Creates a Transition that contains the given command (i.e. a message-producing effect). This is intended to be used for "accumulating" effects while constructing a transition in imperative-ish style. When used as an action inside a do block, this function will have the effect of "adding the command to the list" to be executed. The name fork reflects the fact that the given effect will be executed asynchronously, after the update function returns.

In more precise terms, the following:

trs :: Transition m Message State
trs = do
    fork f
    fork g
    pure s

Is equivalent to this:

trs :: Transition m Message State
trs = transition s [f, g]

At first glance it may seem that it's shorter to just call the transition smart constructor, but monadic style comes in handy for composing the update out of smaller pieces. Here's a more full example:

data Message = ButtonClicked | OnNewItem String

update :: State -> Message -> Transition Aff Message State
update state ButtonClick = do
    fork $ insertItem "new list"
    incButtonClickCount state
update state (OnNewItem str) =

insertItem :: Aff Message
insertItem name = do
    delay $ Milliseconds 1000.0
    pure $ OnNewItem name

incButtonClickCount :: Transition Aff Message State
incButtonClickCount state = do
    forkVoid $ trackingEvent "Button click"
    pure $ state { buttonsClicked = state.buttonsClicked + 1 }

#construct Source

construct :: forall msg state. ComponentDef Aff msg state -> Effect ReactElement

Given a ComponentDef, binds that def to a freshly created React class, instantiates that class, and returns a rendering function. Note that the return type of this function is almost the same as that of ComponentDef::view - except for state. This is not a coincidence: it is done this way on purpose, so that the result of this call can be used to construct another ComponentDef.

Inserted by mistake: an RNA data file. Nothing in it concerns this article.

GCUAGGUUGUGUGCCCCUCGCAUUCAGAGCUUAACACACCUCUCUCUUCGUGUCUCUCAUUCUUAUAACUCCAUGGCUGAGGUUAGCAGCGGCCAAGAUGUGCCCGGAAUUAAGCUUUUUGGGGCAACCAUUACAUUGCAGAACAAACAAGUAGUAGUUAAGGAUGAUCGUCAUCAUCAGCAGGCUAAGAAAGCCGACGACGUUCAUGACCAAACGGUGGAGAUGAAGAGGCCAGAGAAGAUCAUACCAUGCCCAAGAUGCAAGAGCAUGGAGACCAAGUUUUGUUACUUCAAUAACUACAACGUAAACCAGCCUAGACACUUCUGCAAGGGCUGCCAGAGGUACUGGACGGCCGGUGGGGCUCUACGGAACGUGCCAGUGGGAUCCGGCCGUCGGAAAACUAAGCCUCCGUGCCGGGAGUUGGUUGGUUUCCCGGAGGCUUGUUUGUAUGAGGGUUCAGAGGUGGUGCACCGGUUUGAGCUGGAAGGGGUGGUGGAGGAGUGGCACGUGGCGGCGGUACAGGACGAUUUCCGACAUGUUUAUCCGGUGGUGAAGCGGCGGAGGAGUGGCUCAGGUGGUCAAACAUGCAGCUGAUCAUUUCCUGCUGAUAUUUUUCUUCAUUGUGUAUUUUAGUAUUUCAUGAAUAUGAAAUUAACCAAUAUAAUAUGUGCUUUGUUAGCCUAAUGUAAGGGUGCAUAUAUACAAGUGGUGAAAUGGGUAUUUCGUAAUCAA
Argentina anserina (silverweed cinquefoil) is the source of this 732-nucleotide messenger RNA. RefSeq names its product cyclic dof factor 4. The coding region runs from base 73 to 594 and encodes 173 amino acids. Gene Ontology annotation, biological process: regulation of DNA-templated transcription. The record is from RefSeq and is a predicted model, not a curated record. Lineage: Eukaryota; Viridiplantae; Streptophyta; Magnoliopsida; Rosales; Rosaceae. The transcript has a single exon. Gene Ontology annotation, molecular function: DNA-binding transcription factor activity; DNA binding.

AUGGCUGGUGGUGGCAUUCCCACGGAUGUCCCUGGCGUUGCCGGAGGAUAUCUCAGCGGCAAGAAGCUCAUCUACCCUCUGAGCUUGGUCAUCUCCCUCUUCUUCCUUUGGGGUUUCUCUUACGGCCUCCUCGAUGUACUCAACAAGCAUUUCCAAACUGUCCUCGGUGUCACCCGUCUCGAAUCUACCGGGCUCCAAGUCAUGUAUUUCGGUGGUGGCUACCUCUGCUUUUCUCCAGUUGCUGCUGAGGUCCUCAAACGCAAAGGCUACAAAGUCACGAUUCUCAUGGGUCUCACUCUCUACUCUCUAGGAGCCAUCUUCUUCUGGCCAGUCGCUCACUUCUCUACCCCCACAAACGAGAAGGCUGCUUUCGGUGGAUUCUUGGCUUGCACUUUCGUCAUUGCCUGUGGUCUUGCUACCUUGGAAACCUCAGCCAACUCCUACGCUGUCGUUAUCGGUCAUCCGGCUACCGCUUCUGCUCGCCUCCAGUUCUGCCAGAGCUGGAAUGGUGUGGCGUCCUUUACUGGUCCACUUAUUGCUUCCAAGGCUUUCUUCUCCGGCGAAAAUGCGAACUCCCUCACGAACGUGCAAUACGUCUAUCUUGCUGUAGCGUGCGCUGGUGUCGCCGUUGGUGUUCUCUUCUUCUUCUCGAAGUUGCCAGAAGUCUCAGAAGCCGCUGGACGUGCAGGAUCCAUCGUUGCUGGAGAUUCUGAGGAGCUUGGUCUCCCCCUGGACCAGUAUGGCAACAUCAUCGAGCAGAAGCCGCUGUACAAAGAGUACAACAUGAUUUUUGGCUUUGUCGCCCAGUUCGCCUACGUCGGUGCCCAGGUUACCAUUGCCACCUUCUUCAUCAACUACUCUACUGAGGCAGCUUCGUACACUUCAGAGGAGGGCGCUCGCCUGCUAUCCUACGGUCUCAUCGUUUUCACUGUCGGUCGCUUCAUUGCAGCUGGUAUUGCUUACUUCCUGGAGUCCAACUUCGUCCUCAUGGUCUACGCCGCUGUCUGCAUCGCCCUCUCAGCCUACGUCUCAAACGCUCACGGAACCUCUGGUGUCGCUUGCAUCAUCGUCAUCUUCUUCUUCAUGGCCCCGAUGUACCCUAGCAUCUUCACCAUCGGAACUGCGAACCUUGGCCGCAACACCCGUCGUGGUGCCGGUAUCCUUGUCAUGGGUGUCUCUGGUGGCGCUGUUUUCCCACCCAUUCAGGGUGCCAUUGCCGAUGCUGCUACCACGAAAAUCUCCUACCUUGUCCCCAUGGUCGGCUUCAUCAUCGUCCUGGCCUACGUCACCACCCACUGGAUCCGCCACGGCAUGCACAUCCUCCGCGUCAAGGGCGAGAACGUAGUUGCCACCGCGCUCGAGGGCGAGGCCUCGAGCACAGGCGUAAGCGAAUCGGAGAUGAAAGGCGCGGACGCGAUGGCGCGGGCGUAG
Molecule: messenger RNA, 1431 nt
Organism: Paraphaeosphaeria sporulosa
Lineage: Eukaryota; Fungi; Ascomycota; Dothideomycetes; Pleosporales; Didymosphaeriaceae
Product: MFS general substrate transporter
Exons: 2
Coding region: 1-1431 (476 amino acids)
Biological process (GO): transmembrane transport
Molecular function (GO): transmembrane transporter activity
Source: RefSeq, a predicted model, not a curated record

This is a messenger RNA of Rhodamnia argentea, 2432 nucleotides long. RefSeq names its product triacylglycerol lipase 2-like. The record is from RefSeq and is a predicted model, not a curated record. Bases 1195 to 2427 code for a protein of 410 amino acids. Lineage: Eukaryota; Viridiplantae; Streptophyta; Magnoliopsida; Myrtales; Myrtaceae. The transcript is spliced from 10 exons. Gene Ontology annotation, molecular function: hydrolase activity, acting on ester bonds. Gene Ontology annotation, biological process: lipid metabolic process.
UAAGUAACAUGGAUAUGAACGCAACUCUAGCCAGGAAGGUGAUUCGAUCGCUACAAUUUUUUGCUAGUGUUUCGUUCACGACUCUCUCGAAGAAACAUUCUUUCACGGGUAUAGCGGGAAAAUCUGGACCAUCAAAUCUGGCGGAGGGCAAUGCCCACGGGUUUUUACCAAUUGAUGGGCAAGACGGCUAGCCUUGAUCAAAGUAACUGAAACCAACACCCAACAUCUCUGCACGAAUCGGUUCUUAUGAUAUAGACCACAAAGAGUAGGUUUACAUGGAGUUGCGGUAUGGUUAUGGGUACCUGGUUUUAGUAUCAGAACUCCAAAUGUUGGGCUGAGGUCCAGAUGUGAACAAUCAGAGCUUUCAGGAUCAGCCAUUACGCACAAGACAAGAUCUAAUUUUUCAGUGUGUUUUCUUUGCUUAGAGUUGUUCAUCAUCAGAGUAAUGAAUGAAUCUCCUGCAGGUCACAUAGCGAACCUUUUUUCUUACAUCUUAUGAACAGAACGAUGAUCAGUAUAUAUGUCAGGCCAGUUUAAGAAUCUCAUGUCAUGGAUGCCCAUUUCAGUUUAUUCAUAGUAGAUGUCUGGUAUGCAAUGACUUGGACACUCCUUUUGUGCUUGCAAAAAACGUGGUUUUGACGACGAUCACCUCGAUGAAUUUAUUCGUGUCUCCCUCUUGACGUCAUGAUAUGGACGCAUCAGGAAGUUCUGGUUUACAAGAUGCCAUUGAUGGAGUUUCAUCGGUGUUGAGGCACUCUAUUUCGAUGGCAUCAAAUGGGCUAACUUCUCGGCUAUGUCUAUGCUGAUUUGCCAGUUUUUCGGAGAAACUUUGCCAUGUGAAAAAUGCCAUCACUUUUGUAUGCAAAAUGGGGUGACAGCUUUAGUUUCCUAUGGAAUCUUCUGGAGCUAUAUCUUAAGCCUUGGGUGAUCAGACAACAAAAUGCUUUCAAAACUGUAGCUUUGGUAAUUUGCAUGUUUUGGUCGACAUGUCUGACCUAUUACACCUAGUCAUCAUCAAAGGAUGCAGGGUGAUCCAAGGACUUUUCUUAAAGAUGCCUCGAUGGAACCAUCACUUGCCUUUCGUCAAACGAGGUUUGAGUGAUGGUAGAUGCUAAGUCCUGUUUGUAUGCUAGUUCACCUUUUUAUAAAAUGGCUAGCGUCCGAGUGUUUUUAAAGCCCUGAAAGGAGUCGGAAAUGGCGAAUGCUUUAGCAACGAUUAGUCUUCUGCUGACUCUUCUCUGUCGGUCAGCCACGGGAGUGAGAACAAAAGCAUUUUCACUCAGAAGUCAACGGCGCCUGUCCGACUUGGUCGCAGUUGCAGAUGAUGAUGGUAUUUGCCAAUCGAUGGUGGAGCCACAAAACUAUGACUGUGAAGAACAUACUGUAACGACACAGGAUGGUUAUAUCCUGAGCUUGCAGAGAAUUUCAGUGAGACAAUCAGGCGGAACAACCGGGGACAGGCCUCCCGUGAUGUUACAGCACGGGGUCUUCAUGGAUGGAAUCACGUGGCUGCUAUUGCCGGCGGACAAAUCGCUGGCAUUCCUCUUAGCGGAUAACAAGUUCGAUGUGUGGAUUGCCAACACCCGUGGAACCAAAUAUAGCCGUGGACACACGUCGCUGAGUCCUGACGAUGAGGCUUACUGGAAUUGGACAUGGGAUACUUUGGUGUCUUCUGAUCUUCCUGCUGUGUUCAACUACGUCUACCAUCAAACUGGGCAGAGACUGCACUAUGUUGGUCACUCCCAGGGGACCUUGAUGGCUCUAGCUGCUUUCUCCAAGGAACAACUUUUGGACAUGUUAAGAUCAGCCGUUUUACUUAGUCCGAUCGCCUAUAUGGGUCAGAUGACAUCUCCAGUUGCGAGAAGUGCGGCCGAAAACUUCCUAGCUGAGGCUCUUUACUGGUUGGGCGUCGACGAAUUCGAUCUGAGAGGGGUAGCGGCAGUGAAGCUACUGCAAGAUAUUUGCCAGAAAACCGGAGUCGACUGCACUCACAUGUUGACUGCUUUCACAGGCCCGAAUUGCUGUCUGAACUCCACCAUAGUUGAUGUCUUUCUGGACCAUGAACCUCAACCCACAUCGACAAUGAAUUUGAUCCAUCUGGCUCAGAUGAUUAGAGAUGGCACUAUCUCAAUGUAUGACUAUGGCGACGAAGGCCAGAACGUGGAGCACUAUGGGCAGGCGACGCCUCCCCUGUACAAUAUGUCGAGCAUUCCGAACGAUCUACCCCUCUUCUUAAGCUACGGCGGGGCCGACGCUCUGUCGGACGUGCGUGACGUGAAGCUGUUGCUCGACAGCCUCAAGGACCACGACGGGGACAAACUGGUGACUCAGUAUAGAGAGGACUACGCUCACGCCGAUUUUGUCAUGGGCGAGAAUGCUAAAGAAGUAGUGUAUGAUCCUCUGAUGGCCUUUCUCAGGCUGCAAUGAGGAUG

Unlike wrapWithLocalState, this function uses the bullet-proof strategy of storing the component state in a dedicated mutable cell, but that happens at the expense of being effectful.

#bimap Source

bimap :: forall f a b c d. Bifunctor f => (a -> b) -> (c -> d) -> f a c -> f b d

Re-exports from Elmish.Dispatch

#EffectFn2 Source

data EffectFn2 :: Type -> Type -> Type -> Type


#EffectFn1 Source

data EffectFn1 :: Type -> Type -> Type


#Dispatch Source

type Dispatch msg = msg -> Effect Unit

A function that a view can use to report messages originating from JS/DOM.

#mkEffectFn2 Source

mkEffectFn2 :: forall a b r. (a -> b -> Effect r) -> EffectFn2 a b r

#mkEffectFn1 Source

mkEffectFn1 :: forall a r. (a -> Effect r) -> EffectFn1 a r

#handleMaybe Source

handleMaybe :: forall arg msg. Dispatch msg -> (arg -> Maybe msg) -> EffectFn1 arg Unit

Same as handle, but dispatches a message optionally. See comments on handle for an example.

#handle Source

handle :: forall arg msg. Dispatch msg -> (arg -> msg) -> EffectFn1 arg Unit

A convenience function to make construction of event handlers with arguments (i.e. EffectFn1) a bit shorter. The function takes a Dispatch and a mapping from the event argument to a message which the given Dispatch accepts, and it's also available in operator form.